Why Are Puppy Mills Still Legal

Lackey`s experience is that puppies rescued from factory dogs, locked in a cage outside for six or seven years with little protection from the elements, still manage to seek people`s affection. Unfortunately, unsold males are often “killed or left for dead,” as are mothers who give birth repeatedly until their bodies are worn out, according to a fact sheet from Humane Society International detailing the characteristics of puppy mills. Efforts to pass laws to protect dog welfare in breeding facilities are popular, but companies and industrial agriculture stakeholders have clashed. Agribusiness lobbyists have reacted to proposed advances in animal welfare in pet farming as a direct threat to the way meat is produced for human consumption. One of the reasons puppy mills remain legal is the inferior status of nonhuman animals throughout American society and the power wielded by those who exploit them. Since most puppy mills are not illegal, we need the public`s help to stop consumer demand for their “product.” You can help HSUS stop puppy mills by getting your next dog from a shelter, rescue group, or humane and responsible breeder that you`ve carefully examined personally. Yes, puppy mills still exist — about 10,000 in the U.S., producing about 2 million puppies a year. The Humane Society of the United States has released an annual report on a sample of 100 known puppy mills since 2013. Bailing Out Benji researchers have identified a national model of states where USDA-approved pet breeders are concentrated, called Puppy Mill Belt.

The Puppy Mill Belt stretches north of Texas through much of the Midwestern United States and ends with a pot and pan from Indiana, Ohio, and Pennsylvania. Supporting puppy friendly businesses is another way to change trends in your area. The Humane Society of the United States` website provides marketing support to companies that commit to stop selling puppy mills and instead hold events or adopt rescue animals. Still, an effective puppy lemon law can at least provide recourse for unsuspecting families who buy sick puppies and provide a financial incentive for pet sellers to provide better conditions and veterinary care for the dogs and puppies in their care. We are also working to influence demand with a consumer education and awareness program that encourages the adoption or purchase of dogs only from responsible breeders. Our public relations efforts provide positive reinforcement to pet stores that choose not to sell puppies. We also offer assistance to those who sell puppies and help them transition to a business model that encourages adoption. By offering puppies from shelters or rescue services instead of commercial breeders, stores can save the lives of animals looking for a home and ultimately help save breeding dogs captured in puppy mills.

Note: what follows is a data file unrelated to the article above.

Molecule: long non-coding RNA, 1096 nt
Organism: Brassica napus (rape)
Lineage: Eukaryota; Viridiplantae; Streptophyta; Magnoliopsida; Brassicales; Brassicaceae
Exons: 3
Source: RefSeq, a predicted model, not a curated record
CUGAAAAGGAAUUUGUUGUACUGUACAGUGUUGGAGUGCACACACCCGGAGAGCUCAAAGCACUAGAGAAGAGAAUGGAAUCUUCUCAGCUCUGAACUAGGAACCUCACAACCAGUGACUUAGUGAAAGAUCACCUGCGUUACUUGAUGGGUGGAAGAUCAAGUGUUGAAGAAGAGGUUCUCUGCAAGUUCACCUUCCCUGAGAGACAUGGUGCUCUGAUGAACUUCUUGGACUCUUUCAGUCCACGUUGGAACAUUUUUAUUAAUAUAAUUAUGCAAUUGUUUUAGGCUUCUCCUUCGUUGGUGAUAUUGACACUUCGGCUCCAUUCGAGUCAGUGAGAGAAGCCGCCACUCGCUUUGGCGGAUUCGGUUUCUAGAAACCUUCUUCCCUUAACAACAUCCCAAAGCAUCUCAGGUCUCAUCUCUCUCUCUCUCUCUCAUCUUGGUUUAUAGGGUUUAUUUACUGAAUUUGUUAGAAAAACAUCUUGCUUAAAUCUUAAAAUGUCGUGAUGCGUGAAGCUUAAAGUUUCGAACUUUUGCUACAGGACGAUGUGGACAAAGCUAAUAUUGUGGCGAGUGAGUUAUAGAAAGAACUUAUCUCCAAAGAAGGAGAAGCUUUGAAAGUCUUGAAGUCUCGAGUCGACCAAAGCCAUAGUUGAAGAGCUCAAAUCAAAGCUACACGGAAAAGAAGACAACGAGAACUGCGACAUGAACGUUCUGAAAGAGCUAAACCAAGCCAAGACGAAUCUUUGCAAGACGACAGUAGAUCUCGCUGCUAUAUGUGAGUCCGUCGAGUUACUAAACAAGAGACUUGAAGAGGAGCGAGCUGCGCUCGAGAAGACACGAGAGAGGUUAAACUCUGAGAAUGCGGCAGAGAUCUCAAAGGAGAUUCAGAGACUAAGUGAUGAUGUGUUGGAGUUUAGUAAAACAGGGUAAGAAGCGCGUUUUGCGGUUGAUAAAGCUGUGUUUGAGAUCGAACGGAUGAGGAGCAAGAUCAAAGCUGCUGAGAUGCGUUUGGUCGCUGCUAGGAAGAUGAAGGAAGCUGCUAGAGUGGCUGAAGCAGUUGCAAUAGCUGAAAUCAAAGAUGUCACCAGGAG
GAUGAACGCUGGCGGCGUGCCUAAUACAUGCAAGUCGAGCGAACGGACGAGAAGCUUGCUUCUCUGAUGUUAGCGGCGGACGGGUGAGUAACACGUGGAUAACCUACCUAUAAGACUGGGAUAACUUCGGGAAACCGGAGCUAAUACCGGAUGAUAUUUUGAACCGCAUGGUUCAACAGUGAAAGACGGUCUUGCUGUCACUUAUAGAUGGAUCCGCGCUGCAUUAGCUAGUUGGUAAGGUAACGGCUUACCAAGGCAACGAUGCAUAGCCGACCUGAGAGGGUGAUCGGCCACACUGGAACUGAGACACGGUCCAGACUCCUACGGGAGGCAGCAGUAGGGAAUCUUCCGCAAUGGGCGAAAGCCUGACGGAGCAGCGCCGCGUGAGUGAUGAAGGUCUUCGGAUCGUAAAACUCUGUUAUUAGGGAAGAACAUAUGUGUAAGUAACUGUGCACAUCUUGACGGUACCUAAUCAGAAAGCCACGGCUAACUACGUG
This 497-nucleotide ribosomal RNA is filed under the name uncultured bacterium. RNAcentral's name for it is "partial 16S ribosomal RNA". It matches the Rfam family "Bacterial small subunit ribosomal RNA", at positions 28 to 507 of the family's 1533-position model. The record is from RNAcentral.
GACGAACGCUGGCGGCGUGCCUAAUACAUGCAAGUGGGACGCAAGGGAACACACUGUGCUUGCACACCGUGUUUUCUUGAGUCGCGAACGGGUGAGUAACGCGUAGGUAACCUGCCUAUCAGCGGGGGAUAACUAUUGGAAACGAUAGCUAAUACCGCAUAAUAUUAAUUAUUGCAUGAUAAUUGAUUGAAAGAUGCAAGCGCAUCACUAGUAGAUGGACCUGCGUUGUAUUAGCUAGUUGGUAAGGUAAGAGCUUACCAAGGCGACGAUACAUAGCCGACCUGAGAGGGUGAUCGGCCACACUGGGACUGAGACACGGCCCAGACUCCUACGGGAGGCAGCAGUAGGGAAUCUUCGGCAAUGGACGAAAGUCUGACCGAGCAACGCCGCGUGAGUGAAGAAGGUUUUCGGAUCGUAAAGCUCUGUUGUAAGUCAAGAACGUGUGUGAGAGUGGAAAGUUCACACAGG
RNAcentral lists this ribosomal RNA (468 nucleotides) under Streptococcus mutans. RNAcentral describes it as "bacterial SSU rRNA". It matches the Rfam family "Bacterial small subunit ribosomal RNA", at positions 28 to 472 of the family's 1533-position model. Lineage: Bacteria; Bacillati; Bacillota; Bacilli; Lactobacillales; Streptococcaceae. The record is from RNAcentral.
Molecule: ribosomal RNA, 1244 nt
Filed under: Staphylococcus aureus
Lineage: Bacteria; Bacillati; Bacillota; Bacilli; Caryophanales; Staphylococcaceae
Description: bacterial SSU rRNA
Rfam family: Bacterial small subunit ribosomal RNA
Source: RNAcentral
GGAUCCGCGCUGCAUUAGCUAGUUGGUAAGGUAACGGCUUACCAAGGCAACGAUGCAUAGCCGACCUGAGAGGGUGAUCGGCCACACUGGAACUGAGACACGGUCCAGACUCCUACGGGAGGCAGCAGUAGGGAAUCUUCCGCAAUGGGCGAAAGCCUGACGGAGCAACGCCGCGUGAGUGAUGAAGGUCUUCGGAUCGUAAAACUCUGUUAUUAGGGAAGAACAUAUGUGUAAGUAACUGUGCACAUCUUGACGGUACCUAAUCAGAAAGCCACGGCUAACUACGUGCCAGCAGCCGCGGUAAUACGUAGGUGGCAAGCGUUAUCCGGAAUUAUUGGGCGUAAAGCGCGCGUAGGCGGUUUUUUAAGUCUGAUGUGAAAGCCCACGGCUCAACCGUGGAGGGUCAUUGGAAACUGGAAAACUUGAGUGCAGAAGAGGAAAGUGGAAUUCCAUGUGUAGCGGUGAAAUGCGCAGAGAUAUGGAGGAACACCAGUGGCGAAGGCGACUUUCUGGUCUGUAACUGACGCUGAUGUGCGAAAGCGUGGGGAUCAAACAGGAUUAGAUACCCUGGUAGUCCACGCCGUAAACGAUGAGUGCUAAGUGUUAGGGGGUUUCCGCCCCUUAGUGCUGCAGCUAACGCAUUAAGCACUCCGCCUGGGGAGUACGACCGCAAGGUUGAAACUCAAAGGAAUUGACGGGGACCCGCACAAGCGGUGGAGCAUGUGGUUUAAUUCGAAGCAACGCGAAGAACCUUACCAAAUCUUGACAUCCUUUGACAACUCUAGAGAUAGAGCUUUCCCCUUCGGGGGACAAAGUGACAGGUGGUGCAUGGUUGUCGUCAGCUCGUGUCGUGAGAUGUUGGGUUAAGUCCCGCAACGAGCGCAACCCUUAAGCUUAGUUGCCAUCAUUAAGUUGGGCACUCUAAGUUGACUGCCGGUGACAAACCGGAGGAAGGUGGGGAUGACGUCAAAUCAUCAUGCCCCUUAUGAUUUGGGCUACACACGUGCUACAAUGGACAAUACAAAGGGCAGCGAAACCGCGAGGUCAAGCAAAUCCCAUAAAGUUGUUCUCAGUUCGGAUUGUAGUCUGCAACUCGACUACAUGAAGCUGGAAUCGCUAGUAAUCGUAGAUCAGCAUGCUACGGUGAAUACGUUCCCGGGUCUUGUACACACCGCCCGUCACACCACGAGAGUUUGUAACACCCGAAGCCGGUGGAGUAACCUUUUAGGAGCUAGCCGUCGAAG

So far, the 22 stores we`ve converted have adopted over 3,000 dogs and puppies. Animal shelters that have been able to intervene on behalf of animals can suddenly face a large number of animals that need immediate veterinary care. In addition, the shelter may be responsible for housing the dogs during an often lengthy legal process. The cost of veterinary care, basic nutrition and shelter can reach tens of thousands of dollars in a matter of weeks if only 50 dogs are seized in an improperly managed facility. The problem with puppy mills is that they are a reliable source of income for dog breeders in an industry that is very poorly regulated and can also be very profitable. With an initial investment of a few hundred dollars “for a few breeding pairs, you could sell puppies for a thousand dollars or more each,” bringing in “tens of thousands of dollars in a few years,” Sarah Speed of the Humane Society of Pennsylvania said in the documentary “Dog by Dog.” A leisurely walk down the street, blindfolded through the window of a pet store. The person who minds his own business is obliged to buy this adorable puppy. Most of the time, they do not think about the origin of the puppy. Or they`re fooled if they think it`s coming from a loving farm, where all the dogs frolic happily on a grassy hill. The truth is too ugly to think about. You don`t want to think about the parents of that sweet, helpless puppy locked somewhere in a crate that produces adorable babies. Since puppies from puppy mills are more likely to have health problems due to poor care, many consumers face large vet bills or even the death of their puppy shortly after purchase.